Bronze Fennel Leaf
A non-bulbing variety with a reddish-bronze colour and a sweet, anise flavour, reminiscent to black licorice. Part of the carrot family - Apiaceae - fennel is originally from the Mediterranean and therefore popular in Italian cuisine.
Low: 10 High: 20
Low: 30 High: 60
In the Middle Ages, Fennel was known as a magic herb and hung over doorways on Midsummer’s Eve to protect the home from evil spirits; If your eyes or throat sting or your nose is runny after eating fennel, you may have oral allergy syndrome. Meaning that if you’re allergic to pollen, you may also be sensitive to the protein in Fennel!
To germinate, fennel seeds thrive in cooler weather and so avoid the high summer temperatures during germination. Fennel prefers moist soil so watch that I'm receiving enough water! If there's a unusually warm day, the plant may “bolt” or suddenly go to seed; use the cut-and-come-again harvesting technique to harvest and new fronds will grow.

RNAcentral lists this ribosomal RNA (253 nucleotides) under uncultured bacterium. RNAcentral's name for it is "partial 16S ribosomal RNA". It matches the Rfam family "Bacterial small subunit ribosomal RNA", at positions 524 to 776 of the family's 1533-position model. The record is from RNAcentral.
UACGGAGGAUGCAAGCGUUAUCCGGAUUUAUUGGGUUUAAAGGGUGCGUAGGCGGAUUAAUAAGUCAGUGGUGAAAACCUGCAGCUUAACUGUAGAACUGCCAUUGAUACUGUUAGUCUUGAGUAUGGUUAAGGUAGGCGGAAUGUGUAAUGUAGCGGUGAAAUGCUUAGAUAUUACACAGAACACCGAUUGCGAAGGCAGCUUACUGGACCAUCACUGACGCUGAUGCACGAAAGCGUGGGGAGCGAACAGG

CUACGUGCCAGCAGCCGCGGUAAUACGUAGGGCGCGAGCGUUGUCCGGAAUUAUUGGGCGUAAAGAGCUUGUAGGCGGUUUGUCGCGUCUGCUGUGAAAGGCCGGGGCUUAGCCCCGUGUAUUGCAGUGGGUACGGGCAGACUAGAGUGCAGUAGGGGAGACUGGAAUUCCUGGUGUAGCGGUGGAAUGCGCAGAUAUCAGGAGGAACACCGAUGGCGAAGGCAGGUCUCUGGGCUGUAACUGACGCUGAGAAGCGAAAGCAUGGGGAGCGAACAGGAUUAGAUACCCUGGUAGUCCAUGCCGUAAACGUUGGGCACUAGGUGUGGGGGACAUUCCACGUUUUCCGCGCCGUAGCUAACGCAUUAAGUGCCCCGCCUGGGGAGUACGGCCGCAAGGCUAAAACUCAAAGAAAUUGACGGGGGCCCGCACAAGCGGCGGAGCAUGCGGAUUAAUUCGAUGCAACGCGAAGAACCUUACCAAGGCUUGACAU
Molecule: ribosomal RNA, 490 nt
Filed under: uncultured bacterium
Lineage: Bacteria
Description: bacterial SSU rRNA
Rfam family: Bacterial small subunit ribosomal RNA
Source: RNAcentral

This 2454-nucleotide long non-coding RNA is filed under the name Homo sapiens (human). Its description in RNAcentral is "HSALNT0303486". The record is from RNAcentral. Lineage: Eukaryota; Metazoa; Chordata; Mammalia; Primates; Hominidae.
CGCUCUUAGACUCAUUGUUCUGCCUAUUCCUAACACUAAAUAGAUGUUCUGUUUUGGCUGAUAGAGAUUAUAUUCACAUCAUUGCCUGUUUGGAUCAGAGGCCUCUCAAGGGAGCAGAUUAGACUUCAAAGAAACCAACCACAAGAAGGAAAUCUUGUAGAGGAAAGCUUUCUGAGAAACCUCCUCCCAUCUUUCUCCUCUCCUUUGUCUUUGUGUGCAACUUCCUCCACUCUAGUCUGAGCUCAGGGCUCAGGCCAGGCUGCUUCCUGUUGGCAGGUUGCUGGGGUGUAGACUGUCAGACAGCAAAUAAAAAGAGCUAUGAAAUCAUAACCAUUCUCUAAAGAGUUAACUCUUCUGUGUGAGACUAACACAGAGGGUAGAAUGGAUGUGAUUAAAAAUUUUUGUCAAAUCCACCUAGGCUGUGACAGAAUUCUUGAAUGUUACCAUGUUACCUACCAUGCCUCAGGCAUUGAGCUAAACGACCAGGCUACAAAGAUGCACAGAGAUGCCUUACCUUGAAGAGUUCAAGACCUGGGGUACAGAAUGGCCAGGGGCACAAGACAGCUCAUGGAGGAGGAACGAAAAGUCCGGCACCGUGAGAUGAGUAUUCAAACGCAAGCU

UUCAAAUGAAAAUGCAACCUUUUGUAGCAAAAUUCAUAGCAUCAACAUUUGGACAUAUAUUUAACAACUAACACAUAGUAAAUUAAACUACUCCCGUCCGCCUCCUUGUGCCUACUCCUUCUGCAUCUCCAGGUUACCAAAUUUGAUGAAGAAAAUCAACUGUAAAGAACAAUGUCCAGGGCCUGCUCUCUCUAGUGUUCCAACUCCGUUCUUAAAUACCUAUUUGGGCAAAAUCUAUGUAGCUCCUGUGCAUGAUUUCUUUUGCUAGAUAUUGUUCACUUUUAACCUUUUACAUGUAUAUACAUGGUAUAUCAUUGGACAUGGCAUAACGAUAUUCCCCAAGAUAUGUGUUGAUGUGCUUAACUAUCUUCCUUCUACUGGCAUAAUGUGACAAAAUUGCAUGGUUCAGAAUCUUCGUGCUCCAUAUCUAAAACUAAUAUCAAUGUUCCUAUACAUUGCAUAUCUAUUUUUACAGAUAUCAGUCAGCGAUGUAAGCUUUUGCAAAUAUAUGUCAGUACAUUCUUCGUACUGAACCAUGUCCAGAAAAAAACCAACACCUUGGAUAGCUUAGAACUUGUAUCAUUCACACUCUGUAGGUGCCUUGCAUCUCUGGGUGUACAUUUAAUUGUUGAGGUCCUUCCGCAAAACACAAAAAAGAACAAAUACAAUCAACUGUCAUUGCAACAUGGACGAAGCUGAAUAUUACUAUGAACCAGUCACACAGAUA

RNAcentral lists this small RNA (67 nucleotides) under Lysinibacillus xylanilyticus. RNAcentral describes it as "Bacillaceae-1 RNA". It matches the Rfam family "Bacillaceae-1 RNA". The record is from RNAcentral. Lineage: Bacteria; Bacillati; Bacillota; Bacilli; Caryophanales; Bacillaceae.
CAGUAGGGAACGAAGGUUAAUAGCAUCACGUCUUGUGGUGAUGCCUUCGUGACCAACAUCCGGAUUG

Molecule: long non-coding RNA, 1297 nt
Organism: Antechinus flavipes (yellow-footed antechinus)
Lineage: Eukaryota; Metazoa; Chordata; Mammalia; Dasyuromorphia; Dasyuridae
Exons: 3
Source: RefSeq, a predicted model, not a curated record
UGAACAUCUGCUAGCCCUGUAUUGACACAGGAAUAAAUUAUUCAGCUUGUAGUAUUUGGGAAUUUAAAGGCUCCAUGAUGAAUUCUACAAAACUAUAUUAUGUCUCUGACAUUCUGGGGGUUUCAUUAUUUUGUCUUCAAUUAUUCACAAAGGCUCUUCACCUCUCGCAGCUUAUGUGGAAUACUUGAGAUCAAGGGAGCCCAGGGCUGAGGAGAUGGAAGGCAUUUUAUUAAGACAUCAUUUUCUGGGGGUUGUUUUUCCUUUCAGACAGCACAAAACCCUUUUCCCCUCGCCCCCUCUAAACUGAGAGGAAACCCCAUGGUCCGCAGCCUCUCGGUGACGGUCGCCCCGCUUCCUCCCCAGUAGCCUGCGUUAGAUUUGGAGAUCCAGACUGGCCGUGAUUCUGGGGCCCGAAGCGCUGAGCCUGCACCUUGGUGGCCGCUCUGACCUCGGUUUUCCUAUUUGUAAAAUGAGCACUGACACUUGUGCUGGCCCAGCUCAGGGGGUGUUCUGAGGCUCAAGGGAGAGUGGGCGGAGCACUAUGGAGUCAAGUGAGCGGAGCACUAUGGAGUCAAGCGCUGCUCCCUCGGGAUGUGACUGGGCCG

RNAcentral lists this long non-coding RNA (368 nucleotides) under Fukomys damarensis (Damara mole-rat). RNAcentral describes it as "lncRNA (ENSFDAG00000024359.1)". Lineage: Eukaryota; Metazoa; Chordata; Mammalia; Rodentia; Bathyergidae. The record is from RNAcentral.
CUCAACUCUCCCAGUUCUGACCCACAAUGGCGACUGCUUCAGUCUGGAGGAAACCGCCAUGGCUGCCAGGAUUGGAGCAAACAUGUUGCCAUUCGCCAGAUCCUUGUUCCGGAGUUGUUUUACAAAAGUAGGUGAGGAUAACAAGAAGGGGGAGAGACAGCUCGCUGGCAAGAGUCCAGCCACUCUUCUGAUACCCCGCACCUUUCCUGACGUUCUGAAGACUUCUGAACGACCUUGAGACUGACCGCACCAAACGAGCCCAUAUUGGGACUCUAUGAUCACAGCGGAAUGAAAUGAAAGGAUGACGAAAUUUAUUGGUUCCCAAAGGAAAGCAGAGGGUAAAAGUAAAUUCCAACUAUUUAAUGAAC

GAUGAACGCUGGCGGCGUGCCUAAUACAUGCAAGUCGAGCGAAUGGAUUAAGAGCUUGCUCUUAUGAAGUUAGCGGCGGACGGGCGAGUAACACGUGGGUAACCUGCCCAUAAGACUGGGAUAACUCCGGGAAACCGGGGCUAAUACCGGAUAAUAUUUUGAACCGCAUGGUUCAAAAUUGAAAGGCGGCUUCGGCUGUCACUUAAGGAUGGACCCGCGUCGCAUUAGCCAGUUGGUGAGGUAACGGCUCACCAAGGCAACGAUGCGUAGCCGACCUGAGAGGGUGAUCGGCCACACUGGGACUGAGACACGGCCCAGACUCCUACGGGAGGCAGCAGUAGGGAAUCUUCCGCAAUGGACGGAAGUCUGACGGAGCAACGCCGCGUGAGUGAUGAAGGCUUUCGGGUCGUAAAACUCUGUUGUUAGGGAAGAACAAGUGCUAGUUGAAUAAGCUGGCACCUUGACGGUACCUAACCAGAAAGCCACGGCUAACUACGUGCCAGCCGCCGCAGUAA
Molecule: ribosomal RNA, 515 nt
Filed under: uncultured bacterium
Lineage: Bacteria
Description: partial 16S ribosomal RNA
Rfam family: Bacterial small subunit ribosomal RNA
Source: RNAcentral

Harvest young around day 30 for a milder flavour or wait until the plant reaches maturity between days 30 and 40 or 20 cm to 25 cm (8 inches -10 inches) in height for a stronger fennel flavour.
Aids in digestion and smooth muscles of the respiratory system, stomach muscles and intestines; Traditionally given to colicky infants and used to induce milk production in nursing mothers; In Chinese and Hindu cultures, Fennel was used to lessen poison in the body from snake bites and scorpion stings.
Full of protein, dietary fiber, vitamin B, calcium, iron, magnesium, manganese & even has the potential to block or reduce certain types of cancer
The leaves are a wonderful addition raw in salads, coleslaws and dressings or roasted in fish, potato, and beef or pork dishes. Or add a sprig to spruce up your cocktail!
FENNEL FROND ORZO
LWMONY CHICKEN WITH FENNEL AND TOMATOES